Scholars at University of Chicago Complete Demotic Egyptian Dictionary
Posted on September 25, 2012
Scholars at the University of Chicago have announced the completion of a Demotic Egyptian dictionary. The language was used in Egypt from around 500 B.C. to 500 A.D., a time period when Egypt was occupied by many foreigners, including Persians, Greeks and Romans. The image above is a marriage annuity, written in the Demotic Egyptian language. The Chicago Demotic Dictionary can be found online here.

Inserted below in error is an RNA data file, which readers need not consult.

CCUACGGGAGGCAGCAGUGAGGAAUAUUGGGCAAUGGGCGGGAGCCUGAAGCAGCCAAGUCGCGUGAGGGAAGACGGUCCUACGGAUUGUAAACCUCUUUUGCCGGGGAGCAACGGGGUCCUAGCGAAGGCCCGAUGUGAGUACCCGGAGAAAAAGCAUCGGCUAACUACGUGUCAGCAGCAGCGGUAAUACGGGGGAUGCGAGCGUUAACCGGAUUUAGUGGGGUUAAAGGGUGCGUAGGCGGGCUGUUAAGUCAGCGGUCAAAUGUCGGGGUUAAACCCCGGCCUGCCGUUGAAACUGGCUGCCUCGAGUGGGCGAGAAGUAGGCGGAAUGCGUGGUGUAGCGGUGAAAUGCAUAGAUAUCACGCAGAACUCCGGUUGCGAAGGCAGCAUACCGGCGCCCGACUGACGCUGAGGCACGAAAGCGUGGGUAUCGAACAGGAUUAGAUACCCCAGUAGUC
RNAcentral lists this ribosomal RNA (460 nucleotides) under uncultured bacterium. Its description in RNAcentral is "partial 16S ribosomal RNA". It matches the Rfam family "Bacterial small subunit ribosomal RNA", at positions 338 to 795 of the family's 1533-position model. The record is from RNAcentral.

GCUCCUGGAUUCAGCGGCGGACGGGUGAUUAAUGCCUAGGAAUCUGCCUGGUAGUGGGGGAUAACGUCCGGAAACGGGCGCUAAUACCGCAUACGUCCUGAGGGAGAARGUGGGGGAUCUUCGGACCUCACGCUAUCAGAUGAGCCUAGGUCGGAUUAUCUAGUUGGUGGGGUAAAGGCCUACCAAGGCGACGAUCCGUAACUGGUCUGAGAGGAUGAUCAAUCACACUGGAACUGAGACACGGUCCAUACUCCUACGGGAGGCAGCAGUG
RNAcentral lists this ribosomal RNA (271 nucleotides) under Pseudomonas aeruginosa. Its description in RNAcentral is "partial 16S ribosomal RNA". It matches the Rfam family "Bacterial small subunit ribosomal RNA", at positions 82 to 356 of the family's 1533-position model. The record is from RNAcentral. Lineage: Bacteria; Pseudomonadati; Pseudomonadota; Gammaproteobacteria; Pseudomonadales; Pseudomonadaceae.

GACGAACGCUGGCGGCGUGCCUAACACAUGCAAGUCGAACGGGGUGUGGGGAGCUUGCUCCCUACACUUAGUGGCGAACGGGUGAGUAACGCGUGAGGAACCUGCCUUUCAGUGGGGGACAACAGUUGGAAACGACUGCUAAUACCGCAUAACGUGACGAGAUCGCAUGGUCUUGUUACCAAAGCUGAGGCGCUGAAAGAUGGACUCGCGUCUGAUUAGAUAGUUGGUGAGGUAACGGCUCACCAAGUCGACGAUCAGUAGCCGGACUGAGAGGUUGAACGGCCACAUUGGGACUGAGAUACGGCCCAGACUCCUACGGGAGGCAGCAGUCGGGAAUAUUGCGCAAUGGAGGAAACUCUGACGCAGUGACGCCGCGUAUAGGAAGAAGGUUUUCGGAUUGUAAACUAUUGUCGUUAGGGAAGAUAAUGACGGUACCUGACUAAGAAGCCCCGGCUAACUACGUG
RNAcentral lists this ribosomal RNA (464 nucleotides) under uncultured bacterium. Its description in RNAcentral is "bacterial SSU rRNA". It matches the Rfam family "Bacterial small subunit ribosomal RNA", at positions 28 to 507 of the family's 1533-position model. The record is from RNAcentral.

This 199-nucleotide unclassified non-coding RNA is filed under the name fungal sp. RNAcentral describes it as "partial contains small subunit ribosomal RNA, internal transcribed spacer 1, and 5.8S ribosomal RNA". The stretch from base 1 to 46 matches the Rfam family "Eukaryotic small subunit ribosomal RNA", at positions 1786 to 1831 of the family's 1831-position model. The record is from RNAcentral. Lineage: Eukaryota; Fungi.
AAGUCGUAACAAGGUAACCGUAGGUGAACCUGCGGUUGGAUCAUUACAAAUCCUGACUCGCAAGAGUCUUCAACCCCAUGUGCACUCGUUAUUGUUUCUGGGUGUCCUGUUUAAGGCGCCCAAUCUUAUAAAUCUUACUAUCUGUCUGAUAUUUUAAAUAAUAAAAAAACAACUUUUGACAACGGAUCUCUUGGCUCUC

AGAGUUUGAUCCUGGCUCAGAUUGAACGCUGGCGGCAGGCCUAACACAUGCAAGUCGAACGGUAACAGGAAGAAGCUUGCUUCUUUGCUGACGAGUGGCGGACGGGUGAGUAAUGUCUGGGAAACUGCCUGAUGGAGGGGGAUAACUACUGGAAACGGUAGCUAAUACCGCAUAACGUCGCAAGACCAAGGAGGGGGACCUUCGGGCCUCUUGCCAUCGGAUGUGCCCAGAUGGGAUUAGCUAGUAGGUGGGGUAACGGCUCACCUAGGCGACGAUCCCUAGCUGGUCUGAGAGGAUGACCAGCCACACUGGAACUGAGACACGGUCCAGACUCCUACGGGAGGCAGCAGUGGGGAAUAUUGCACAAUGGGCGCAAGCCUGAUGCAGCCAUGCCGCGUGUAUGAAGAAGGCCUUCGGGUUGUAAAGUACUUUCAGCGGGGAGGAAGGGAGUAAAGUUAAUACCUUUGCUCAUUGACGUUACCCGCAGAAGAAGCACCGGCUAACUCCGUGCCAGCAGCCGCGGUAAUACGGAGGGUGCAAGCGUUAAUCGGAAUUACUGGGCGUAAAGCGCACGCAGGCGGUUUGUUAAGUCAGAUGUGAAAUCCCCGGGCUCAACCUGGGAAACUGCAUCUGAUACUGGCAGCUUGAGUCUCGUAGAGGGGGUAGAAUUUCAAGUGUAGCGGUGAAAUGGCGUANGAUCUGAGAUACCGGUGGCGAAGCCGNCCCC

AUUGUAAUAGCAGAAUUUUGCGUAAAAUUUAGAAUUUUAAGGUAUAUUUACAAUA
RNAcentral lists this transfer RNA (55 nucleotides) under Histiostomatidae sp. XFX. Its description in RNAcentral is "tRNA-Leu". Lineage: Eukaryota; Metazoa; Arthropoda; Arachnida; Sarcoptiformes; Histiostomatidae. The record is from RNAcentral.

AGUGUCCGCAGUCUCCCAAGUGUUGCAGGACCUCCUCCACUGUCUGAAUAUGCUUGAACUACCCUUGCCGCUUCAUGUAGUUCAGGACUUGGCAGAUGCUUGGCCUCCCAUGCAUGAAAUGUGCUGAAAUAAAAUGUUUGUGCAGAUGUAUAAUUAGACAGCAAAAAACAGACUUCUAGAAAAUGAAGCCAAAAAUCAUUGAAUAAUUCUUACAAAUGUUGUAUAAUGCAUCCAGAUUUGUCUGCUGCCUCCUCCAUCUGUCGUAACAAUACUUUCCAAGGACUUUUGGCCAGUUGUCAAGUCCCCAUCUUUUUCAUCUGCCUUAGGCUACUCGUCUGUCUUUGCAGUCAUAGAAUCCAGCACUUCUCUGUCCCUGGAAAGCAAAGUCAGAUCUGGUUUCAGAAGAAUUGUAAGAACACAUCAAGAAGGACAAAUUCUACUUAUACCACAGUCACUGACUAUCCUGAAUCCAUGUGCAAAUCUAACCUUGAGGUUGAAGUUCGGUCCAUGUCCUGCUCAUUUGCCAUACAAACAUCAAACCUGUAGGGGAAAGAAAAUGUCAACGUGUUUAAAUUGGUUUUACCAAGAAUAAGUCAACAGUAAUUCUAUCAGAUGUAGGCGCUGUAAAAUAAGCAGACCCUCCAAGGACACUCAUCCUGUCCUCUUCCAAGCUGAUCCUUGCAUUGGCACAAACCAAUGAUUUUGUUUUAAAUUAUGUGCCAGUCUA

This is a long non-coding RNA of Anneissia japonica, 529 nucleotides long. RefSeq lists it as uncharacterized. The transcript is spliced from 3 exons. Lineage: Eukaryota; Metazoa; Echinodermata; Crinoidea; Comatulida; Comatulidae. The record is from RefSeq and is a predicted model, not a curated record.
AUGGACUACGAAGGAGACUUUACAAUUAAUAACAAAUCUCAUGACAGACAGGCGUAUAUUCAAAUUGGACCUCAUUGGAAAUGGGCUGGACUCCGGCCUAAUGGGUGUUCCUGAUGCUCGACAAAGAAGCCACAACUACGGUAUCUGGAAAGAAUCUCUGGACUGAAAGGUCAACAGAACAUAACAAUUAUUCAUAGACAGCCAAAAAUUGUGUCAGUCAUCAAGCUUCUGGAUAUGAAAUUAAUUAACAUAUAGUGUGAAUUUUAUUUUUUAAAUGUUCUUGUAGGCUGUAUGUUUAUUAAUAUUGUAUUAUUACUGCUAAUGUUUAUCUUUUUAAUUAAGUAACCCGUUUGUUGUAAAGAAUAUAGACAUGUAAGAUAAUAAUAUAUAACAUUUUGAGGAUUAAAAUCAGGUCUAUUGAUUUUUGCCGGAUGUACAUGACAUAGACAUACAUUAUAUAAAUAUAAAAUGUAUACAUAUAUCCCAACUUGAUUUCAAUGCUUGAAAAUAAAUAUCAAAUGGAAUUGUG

The language was written as a cursive script. The scholars say the language lives on today in words like adobe and ebony.
Janet Johnson, editor of the Chicago Demotic Dictionary, said in a statement, "Demotic was used for business and legal documents, private letters and administrative inscriptions, and literary texts, such as narratives and pieces of wisdom literature. It was also used for religious and magical texts as well as scientific texts dealing with topics such as astronomy, mathematics and medicine. It is an indispensible tool for reconstructing the social, political and cultural life of ancient Egypt during a fascinating period of its history."
Photo: Oriental Institute Museum
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